There was neither a written order nor a report regarding the applicant's placement in an isolation room. There was no disciplinary investigation launched against the applicant for attempted escape, involvement in such attempt or any other improper act after he had been taken to the said room. Nor is there any allegation or evidence indicating that the applicant was taken into custody due to a criminal investigation/prosecution. Similarly, there is no evidence pointing to the risk that the applicant might have harmed himself, other persons staying at the Centre or the property there. On the contrary, all witness statements indicated that the applicant had looked calm and harmonious during his stay at the Centre. Hence, the administration of the institution failed to make an explanation as to why the applicant had been placed in an isolation room.

It has been understood that the applicant was held in an isolation room for ten days, that he was unable to contact with other persons staying at the Centre or his family or legal representative, that he was provided with no means of communication such as radio, television or telephone, that he even ate his meals in the room, and that there is no evidence indicating that he was allowed to get outdoors.

It has been concluded that the impugned interference, pursuing no legitimate aim and contravening the working principles of the Centres, may be regarded as torture given its nature and duration.

Consequently, the Court has found a violation of the substantive aspect of the prohibition of torture safeguarded by Article 17 of the Constitution.

In the light of this finding, it has been concluded that the decisions of non-prosecution and the decisions dismissing the applicant’s challenges against these decisions were not based on a comprehensive, objective and impartial assessment of all findings obtained during the investigation process.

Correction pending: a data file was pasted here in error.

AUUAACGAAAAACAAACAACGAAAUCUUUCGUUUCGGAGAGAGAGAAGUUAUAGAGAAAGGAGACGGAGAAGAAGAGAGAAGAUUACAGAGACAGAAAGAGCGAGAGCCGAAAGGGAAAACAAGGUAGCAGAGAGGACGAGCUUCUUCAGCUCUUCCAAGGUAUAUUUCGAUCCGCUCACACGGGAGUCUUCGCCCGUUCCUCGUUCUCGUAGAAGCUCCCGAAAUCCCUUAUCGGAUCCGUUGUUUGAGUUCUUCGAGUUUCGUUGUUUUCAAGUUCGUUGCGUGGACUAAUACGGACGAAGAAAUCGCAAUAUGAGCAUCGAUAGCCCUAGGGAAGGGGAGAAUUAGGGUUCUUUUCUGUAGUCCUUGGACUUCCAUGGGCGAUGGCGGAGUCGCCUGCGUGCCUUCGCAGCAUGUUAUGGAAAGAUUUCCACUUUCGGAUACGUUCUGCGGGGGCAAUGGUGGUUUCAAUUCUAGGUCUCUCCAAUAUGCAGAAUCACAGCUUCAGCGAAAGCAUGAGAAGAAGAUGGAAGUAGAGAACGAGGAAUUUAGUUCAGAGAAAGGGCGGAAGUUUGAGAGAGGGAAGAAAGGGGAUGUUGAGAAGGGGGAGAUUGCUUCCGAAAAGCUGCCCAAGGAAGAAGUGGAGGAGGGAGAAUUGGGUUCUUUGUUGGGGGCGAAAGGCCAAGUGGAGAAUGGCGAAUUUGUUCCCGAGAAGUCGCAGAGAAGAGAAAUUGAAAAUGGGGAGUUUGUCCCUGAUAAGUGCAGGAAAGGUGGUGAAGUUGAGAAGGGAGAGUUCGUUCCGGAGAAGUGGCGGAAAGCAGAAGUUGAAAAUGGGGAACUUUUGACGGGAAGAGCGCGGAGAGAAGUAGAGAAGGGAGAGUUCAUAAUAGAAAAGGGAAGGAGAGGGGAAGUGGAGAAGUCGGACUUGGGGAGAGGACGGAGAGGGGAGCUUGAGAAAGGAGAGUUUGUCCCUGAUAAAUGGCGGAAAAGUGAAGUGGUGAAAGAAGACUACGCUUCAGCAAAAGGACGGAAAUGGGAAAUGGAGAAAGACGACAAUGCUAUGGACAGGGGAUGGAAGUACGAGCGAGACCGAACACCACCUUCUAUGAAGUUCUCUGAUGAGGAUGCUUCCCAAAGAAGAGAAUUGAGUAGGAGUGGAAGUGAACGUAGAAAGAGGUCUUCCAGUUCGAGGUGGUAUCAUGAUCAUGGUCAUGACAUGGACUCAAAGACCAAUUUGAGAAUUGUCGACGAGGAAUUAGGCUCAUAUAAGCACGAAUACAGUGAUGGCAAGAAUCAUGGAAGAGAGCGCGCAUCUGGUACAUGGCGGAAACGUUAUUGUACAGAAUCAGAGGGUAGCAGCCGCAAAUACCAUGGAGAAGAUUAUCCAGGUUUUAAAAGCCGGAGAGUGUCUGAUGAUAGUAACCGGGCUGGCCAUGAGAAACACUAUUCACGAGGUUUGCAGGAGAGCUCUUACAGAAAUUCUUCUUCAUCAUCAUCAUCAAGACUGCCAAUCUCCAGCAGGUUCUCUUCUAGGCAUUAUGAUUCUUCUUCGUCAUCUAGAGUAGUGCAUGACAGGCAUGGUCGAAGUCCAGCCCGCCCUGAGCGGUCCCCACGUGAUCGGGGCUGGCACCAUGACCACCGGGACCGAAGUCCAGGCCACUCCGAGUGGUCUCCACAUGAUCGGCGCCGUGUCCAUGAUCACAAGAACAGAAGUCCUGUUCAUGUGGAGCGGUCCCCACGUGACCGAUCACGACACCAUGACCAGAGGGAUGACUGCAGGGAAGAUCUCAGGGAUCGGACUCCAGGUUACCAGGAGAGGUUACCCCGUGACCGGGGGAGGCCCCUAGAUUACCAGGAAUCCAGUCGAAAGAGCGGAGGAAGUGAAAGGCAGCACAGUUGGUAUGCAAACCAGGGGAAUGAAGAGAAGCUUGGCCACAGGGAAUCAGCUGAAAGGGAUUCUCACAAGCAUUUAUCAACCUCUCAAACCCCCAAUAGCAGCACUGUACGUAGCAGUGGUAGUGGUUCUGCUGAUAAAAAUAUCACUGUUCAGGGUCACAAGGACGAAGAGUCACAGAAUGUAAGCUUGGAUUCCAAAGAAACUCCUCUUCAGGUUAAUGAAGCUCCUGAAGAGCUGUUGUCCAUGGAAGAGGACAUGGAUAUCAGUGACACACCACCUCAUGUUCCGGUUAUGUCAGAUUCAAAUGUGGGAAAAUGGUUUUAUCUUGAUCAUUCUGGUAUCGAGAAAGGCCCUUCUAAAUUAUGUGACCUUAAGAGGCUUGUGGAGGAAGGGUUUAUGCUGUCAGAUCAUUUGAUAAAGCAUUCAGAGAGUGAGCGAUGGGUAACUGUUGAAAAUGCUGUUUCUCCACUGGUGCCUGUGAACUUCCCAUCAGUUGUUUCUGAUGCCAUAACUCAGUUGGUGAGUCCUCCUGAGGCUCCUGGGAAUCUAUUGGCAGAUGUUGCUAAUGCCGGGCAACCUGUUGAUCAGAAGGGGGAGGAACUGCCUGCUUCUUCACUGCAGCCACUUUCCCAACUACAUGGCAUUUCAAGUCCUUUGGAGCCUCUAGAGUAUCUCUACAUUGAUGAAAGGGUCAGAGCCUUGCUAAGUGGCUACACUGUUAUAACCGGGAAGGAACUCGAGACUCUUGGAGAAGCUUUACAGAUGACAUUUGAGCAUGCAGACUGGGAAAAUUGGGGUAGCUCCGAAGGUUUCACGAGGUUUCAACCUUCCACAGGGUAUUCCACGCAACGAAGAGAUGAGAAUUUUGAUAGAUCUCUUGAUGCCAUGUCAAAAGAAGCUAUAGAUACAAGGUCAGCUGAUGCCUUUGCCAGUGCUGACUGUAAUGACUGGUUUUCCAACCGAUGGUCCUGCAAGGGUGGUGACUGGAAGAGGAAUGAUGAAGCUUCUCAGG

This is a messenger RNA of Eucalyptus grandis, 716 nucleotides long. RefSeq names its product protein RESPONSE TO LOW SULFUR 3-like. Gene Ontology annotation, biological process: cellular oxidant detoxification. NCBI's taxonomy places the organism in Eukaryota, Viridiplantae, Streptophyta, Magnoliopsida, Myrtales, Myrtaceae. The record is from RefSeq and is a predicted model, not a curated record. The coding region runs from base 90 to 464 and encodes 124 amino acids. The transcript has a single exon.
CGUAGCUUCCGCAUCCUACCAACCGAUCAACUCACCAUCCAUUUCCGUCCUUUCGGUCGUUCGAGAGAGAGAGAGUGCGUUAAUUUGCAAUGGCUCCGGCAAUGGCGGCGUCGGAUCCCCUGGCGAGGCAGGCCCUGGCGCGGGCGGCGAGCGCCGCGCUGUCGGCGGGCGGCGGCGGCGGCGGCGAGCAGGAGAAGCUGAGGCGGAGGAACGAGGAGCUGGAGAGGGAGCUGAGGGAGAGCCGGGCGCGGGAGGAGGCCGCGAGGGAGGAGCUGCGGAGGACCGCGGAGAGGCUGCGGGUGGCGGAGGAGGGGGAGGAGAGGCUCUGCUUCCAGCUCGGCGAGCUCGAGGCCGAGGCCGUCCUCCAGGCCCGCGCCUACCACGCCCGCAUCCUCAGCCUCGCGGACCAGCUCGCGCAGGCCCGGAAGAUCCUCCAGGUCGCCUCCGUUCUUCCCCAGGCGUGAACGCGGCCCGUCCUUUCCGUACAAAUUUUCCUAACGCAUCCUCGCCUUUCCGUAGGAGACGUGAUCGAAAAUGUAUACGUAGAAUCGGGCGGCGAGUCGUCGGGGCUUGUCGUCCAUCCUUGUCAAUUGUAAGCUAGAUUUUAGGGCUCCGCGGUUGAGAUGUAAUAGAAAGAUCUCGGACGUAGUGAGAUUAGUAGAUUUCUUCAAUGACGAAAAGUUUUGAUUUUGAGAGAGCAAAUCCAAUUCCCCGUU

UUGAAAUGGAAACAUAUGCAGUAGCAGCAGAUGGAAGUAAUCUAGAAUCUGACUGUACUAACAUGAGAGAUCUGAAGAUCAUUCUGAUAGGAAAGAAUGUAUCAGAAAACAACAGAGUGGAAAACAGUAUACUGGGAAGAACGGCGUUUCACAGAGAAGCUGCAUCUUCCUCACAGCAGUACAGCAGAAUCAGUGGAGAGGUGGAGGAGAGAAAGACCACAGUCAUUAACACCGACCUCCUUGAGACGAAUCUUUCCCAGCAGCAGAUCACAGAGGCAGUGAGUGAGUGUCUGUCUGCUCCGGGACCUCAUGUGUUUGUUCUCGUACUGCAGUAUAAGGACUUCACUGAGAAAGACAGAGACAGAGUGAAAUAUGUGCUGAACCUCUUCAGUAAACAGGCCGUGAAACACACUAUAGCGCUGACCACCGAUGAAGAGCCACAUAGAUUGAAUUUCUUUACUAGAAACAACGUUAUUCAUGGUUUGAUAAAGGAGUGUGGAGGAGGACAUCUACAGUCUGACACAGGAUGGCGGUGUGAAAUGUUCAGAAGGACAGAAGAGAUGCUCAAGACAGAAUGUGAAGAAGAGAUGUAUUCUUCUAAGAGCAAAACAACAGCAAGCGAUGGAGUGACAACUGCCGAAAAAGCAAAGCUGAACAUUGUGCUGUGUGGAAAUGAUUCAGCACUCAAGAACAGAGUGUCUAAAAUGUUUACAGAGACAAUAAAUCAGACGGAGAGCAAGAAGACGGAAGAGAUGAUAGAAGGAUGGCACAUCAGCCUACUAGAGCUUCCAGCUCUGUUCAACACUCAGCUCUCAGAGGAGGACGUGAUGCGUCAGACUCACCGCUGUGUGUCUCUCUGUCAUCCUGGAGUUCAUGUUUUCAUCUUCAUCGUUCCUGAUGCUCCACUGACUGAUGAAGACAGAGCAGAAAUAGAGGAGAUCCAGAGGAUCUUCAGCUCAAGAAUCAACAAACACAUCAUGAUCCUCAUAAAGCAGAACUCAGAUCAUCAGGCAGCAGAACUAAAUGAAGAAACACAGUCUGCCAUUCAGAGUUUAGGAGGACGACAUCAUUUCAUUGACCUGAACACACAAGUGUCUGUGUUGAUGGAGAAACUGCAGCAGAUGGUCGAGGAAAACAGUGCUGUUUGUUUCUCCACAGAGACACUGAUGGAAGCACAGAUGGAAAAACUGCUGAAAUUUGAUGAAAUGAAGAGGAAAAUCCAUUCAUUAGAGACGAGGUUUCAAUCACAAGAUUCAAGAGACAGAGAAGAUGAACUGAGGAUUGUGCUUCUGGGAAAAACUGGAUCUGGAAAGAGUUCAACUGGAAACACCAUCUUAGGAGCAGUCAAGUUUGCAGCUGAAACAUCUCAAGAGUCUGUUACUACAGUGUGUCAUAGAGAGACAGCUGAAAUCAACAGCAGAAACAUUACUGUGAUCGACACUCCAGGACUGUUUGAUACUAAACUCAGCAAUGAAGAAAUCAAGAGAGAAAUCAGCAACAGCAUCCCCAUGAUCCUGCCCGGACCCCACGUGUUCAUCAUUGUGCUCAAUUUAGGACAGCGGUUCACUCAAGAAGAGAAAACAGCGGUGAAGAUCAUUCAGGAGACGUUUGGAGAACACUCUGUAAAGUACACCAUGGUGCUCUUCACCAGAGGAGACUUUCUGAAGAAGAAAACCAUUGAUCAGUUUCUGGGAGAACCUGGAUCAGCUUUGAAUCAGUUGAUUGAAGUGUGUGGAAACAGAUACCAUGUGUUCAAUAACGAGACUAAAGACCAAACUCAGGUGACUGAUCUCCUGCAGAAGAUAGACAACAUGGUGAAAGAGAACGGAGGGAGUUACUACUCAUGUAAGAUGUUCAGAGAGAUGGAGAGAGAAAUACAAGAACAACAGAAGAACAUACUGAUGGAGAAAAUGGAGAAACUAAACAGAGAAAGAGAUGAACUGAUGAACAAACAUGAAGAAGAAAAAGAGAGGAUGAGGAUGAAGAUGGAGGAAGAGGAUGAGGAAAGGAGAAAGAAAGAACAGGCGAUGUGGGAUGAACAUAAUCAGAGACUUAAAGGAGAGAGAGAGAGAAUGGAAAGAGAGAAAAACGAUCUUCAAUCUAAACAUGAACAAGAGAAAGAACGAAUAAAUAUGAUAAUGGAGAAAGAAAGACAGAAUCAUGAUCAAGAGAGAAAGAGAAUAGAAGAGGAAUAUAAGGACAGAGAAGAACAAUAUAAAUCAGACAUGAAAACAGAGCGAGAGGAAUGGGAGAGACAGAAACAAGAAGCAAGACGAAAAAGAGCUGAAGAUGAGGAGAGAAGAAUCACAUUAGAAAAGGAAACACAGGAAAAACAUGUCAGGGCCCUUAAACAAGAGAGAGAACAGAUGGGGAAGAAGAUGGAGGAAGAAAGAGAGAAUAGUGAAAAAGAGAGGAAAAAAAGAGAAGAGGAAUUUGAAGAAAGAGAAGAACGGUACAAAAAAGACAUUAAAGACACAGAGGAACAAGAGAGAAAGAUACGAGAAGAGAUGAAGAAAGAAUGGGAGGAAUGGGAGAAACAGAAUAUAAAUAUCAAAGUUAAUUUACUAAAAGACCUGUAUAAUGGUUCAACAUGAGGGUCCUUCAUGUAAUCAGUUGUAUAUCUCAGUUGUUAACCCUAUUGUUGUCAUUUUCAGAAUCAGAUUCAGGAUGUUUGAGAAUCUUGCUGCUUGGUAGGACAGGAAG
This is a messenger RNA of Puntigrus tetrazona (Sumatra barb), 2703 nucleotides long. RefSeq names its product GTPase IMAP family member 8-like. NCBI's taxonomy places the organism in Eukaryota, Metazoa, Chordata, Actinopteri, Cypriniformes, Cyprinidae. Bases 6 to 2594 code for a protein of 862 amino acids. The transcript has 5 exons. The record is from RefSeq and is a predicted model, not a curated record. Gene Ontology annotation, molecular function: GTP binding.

At the first stage of the criminal investigation launched into the applicant’s allegations of torture and ill-treatment, no crime-scene investigation was conducted, and the investigation authority did not obtain and secure the CCTV camera footage by itself, but rather confined itself to the video footage submitted by the officials at the Centre who were complained of by the applicant. No medical report on the applicant’s state of health was obtained, but instead the observations of the public prosecutor taking the applicant’s statement were put into record. The public officials, who were complained about, were not identified so as to take their defence submissions. 

Since the signs of alleged ill-treatment on the applicant’s body, the CCTV camera footages as well as the statements of the non-party witnesses could not be secured immediately, it became impossible to have access to them after a certain period of time had elapsed. Therefore, it cannot be said that a rigorous investigation capable of clarifying the applicant’s allegations that his hands and feet had been handcuffed was conducted.

Consequently, the Court has also found a violation of the procedural aspect of the prohibition of torture safeguarded by Article 17 of the Constitution.

This press release prepared by the General Secretariat intends to inform the public and has no binding effect.